When she was two years old, the Daily Mail reported that Harper Beckham had never been photographed in the same outfit twice, and that her wardrobe was estimated to be worth £5,000, with Victoria Beckham showing a preference for dressing her daughter in Bonpoint, Marie-Chantal and Chloe. Besides spending a reported $1 million on Blue Ivy’s nursery, Beyonce and Jay-Z bought their daughter a $290 silk Jean Paul Gaultier dress to start her wardrobe — not exactly a practical choice for a newborn.
Of course, many of these items may have been sent to the celebrities as gifts from the designers themselves in the hope that their children will be photographed in the items, guaranteeing the brands maximum publicity.
While the average parent might not be able to afford to pay such amounts of money for clothing that will only fit for a few weeks, or months at best, the influence these photos of celebrity children have upon us cannot be denied. Estelle Lee, editor-in-chief of Baby & Me, a parenting magazine, says that “In today’s fashion climate what your children wear says as much about you as it does them. We’ve had the Suri Cruise ‘mini me’ and now the Duchess of Cambridge has expertly curated little George’s wardrobe with home-grown designer brands that reflect her own understated good taste.”
While Kate’s outfits were reported upon widely during their recent trip to Australia and New Zealand, the attention given to Prince George’s outfits was unmistakable. By day two of their trip, twitter followers had successively identified his sailboat embroidered dungarees as an item from Rachel Riley’s range, prompting them to sell out immediately despite the hefty £75 price tag.
Buyers with Debenhams have found that Prince William and baby George have been voted best dressed parent and child by more than one in four mums and dads (28%), pushing Victoria Beckham and Harper into second place. They told the Irish Examiner that, “On their tour Down Under, Duke of Cambridge illustrated perfectly the celebrity-led ‘mini-me’ craze when he wore a short-sleeved checked shirt in a navy and white gingham, perfectly coordinated with Prince George’s navy and white striped nautical short-sleeved shirt with plain navy shorts.” Debenhams is crediting the growing mini-me fashion-followers with increasing sales by 36% of their new season childrenswear which complement styles and colours in the adult ranges.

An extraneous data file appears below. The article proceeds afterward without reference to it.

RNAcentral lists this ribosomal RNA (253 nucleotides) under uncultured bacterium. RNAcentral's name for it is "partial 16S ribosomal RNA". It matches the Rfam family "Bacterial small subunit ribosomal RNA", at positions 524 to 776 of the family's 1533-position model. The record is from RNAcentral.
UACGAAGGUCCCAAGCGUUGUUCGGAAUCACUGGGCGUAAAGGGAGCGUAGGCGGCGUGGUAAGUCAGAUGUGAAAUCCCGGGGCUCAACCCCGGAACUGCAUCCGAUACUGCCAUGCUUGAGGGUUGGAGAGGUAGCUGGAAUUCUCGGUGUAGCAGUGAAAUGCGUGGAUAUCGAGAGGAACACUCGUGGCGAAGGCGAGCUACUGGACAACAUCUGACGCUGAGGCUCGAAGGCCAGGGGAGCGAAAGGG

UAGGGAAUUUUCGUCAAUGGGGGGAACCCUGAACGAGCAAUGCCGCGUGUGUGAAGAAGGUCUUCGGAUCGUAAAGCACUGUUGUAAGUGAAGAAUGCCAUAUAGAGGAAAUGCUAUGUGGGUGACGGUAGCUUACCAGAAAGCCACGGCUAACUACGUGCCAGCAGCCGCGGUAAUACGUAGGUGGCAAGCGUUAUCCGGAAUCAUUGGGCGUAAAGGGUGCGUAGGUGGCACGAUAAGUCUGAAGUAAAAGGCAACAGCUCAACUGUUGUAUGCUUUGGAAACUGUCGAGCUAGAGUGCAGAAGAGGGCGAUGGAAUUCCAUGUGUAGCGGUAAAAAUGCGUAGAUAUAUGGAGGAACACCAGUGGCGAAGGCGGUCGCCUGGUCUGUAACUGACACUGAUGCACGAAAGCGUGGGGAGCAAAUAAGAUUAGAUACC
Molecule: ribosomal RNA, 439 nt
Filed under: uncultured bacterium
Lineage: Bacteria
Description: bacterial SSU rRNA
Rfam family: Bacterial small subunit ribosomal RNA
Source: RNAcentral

While this ‘celebrity baby watch’ may seem like harmless fun, it’s worth noting there is a downside to it, with celebrities reporting it has resulted in their families being hounded by the paparazzi. Last year, a tearful Jennifer Garner and Halle Berry testified about their ‘terrified’ children, and a California bill was passed that would punish photographers for ‘harassing’ celebrity children, with penalties ranging from jail time to huge fines.
The actors Kristen Bell and Dax Shepard have started an online campaign against the ‘Pedorazzi’, with People magazine and the Just Jared website agreeing to boycott photographers who target celebrity children.
But as our appetite for photos of what celebrity children are wearing continues unabated, the thriving industry surrounding them seems unlikely to stop any time soon.